Starting this weekend in Japan, people can buy a talking, person-shaped robot that reads your body language and gets sad when you turn off the lights.
You may remember Pepper, the four-foot-tall, 60-pound, talking, dancing, joke-telling robot that guesses users’ moods and keeps them company. Pepper, whose software is open source, can be outfitted with over 200 apps that can teach English to kids or keep photo journals.
SoftBank, the Japanese cellular megacorp that’s selling Pepper, says it’s the world’s first robot able to intuit human emotions by sensing changes in voice and other things like facial expressions. It’ll sell for 198,000 yen, or about $1,600.
What’s more, Pepper has its own emotions, a feature that’s been added since the robot was initially announced last year. In Tamagotchi fashion, Pepper gets lonely if you ignore it, and laughs if you tell it a joke.
That might sound a little creepsville, but lots of robots are being developed with an “emotional companion” angle, especially for children, the elderly, and hospital patients. Take Jibo or this Teddy Ruxpin for the new millennium for example.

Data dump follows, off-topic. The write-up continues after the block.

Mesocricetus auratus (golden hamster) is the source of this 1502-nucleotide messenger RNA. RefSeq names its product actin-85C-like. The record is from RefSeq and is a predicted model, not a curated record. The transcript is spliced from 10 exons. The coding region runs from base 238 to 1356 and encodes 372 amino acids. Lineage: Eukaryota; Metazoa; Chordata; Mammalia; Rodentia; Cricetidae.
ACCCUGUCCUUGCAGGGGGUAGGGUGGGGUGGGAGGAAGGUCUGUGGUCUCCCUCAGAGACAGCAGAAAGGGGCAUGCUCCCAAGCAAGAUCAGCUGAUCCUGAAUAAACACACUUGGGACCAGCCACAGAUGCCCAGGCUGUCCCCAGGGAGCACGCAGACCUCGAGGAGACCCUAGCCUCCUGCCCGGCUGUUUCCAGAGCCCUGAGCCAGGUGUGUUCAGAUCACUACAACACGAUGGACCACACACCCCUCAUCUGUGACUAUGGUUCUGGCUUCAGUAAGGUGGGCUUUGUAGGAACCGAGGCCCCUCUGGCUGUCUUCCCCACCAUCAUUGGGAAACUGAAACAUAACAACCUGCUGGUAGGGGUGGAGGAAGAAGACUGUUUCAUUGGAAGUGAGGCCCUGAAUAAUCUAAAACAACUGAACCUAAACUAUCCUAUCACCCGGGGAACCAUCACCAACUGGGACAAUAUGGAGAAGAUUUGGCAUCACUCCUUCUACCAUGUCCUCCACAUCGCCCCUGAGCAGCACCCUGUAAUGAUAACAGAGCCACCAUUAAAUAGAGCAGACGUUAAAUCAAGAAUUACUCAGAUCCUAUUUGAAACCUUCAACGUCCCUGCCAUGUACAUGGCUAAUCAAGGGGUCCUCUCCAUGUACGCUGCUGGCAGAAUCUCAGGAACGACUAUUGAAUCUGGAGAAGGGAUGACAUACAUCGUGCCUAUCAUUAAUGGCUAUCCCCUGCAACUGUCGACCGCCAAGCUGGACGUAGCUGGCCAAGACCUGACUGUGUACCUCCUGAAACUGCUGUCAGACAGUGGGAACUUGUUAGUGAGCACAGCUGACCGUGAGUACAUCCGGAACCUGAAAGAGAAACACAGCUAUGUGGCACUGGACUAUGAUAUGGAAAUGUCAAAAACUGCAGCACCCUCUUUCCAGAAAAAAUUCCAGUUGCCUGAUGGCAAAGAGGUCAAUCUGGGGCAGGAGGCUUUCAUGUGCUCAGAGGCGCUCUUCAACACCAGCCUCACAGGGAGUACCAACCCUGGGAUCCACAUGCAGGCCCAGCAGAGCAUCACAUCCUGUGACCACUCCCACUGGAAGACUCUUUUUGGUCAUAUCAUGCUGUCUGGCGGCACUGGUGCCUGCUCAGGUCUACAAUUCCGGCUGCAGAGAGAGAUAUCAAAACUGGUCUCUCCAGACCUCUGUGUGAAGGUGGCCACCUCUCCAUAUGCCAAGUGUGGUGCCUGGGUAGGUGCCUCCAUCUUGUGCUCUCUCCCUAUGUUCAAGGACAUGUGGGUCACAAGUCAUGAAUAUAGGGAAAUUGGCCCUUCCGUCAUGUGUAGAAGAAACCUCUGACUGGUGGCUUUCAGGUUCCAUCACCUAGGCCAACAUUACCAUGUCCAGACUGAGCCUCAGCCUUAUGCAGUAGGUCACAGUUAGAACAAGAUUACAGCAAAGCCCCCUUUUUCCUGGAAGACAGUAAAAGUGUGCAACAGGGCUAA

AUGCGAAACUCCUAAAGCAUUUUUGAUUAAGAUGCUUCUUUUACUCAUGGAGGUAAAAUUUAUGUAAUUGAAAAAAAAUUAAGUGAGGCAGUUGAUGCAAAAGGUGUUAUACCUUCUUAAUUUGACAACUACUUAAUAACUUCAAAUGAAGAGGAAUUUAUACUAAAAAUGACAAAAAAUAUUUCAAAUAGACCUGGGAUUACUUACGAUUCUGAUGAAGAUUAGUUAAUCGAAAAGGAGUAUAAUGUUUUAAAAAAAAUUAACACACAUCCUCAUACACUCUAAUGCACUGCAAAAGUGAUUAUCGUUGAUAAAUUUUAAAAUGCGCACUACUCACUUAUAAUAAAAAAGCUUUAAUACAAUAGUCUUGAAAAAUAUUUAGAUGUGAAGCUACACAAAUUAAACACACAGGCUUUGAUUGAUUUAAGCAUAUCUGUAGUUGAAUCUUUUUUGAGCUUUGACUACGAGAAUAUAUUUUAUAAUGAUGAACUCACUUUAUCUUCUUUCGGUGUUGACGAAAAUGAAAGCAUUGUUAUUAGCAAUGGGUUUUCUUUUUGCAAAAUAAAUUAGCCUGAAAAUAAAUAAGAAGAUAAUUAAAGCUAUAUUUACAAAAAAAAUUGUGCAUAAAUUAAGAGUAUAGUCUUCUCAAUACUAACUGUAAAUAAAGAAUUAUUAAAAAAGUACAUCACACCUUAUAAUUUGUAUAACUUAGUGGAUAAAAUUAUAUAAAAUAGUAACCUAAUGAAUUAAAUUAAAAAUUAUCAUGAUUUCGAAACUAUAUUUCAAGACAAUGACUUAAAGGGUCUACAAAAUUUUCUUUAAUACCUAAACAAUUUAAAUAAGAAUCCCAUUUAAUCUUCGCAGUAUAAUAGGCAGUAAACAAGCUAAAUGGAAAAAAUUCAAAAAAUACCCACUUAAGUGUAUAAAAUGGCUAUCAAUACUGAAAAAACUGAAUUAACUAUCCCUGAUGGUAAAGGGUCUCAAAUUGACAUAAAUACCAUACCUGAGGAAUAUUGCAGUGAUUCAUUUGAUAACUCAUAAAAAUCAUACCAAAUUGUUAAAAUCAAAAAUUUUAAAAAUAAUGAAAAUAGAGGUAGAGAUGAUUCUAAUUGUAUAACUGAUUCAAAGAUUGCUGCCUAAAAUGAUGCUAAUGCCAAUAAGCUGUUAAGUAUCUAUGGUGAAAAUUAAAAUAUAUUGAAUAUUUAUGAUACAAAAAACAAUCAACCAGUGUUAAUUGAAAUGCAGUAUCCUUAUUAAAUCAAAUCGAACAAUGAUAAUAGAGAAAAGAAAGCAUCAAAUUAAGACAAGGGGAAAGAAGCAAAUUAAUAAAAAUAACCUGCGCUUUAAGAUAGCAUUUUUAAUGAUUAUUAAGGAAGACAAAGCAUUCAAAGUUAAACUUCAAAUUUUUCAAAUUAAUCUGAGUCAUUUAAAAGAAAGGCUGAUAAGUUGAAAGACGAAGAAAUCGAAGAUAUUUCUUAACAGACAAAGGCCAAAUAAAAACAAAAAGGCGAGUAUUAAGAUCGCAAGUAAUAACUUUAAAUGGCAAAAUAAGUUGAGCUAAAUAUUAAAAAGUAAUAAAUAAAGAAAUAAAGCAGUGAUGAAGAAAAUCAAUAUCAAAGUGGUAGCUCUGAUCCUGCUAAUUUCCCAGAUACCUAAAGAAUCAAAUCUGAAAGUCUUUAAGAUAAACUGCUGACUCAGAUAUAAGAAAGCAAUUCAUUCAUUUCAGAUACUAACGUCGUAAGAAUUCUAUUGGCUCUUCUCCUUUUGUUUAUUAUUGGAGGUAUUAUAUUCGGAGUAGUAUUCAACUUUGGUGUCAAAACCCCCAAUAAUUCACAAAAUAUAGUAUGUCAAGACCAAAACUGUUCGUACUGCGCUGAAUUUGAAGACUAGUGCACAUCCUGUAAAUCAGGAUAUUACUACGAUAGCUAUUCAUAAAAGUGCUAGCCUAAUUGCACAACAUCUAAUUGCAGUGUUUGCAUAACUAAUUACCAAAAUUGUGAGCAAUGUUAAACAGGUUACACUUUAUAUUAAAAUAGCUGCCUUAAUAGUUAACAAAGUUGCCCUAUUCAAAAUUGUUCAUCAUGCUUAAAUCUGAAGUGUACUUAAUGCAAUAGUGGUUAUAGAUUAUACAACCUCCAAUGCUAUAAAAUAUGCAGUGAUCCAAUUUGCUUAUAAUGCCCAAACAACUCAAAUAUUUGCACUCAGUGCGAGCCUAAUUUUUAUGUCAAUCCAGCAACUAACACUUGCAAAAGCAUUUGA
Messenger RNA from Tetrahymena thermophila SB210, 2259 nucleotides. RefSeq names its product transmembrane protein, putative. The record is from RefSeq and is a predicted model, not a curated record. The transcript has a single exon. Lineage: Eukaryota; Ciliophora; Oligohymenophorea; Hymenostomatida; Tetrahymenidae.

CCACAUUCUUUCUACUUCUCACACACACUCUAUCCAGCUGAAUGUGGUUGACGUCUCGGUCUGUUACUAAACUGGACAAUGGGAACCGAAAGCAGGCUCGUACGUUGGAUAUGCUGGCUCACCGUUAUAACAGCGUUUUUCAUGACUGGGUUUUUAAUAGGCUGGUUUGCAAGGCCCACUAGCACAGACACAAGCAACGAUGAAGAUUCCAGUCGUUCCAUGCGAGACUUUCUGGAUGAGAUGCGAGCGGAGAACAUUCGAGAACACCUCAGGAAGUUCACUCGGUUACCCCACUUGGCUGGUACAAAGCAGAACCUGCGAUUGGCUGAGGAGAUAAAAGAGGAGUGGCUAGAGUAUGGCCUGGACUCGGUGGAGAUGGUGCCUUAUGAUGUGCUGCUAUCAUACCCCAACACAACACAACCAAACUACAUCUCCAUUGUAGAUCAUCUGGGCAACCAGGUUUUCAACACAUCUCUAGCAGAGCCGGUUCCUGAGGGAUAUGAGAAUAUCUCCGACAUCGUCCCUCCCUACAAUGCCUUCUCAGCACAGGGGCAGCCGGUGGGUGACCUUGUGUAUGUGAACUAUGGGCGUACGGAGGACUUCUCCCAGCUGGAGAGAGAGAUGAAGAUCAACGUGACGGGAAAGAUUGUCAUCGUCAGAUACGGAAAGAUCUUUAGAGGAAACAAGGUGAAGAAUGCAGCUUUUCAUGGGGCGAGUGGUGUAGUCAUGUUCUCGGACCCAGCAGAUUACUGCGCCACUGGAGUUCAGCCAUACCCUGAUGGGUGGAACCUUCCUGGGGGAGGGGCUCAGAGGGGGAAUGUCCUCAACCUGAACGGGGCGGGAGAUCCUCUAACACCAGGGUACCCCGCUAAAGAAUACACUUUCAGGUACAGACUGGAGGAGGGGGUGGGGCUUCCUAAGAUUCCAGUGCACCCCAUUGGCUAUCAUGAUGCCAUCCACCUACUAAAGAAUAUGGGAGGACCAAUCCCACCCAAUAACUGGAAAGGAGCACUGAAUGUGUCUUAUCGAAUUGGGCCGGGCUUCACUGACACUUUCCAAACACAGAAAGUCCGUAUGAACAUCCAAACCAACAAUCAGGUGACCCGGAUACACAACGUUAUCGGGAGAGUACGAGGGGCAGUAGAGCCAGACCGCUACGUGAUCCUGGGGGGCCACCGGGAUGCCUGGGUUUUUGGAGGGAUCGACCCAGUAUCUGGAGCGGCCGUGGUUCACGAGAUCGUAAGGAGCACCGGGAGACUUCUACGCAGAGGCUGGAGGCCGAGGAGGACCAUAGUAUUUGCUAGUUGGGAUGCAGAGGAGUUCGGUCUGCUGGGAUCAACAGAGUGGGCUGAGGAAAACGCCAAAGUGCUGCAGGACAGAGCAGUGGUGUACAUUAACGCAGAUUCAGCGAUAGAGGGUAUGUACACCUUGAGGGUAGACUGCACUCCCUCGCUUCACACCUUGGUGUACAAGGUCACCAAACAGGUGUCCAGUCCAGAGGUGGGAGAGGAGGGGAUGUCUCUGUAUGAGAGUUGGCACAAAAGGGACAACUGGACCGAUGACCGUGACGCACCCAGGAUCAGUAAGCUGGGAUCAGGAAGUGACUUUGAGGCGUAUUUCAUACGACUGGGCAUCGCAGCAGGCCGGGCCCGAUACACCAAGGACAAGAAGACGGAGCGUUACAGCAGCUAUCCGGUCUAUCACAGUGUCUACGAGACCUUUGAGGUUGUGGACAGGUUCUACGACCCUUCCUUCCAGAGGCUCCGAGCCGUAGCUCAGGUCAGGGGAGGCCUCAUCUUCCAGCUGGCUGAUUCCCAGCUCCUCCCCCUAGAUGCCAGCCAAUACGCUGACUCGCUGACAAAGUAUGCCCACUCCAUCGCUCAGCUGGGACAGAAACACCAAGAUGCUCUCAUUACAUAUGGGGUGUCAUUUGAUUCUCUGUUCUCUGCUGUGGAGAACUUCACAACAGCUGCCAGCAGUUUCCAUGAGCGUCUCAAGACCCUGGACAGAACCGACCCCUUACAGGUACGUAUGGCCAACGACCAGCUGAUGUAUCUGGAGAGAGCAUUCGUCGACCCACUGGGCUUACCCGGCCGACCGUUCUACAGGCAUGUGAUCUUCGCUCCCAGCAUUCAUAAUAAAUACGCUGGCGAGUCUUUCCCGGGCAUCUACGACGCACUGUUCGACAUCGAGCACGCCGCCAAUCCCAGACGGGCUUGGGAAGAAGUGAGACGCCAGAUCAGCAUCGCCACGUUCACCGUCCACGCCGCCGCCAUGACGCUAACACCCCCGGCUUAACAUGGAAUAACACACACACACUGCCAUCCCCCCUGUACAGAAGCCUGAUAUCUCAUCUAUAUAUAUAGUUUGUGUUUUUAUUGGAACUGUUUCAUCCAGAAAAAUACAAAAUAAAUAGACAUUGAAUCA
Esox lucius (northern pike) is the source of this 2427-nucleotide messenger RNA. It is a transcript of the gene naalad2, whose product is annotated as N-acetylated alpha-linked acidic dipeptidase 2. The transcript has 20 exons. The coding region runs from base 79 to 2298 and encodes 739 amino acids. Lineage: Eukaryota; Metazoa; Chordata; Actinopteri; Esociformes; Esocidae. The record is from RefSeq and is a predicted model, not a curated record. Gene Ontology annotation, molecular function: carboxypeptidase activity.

Don’t worry about this sensitive android stealing our jobs, though. The developers say Pepper’s not designed for manual labor. (Though I could see customer service jobs in the line of fire.) Pepper only exists to be your robot buddy, specifically created to keep people company, especially in Japan, whose population is the fastest-aging in the world.
But Pepper isn’t going to be just a Japanese one off—this little guy has plans to go global. Chinese e-commerce behemoth Alibaba and Taiwanese electronics manufacturer Foxconn are investing $120 million into SoftBank’s robot-making efforts, so Pepper 2.0 could very well escape the confines of Japan to parts currently unknown. Want one?
Image via AP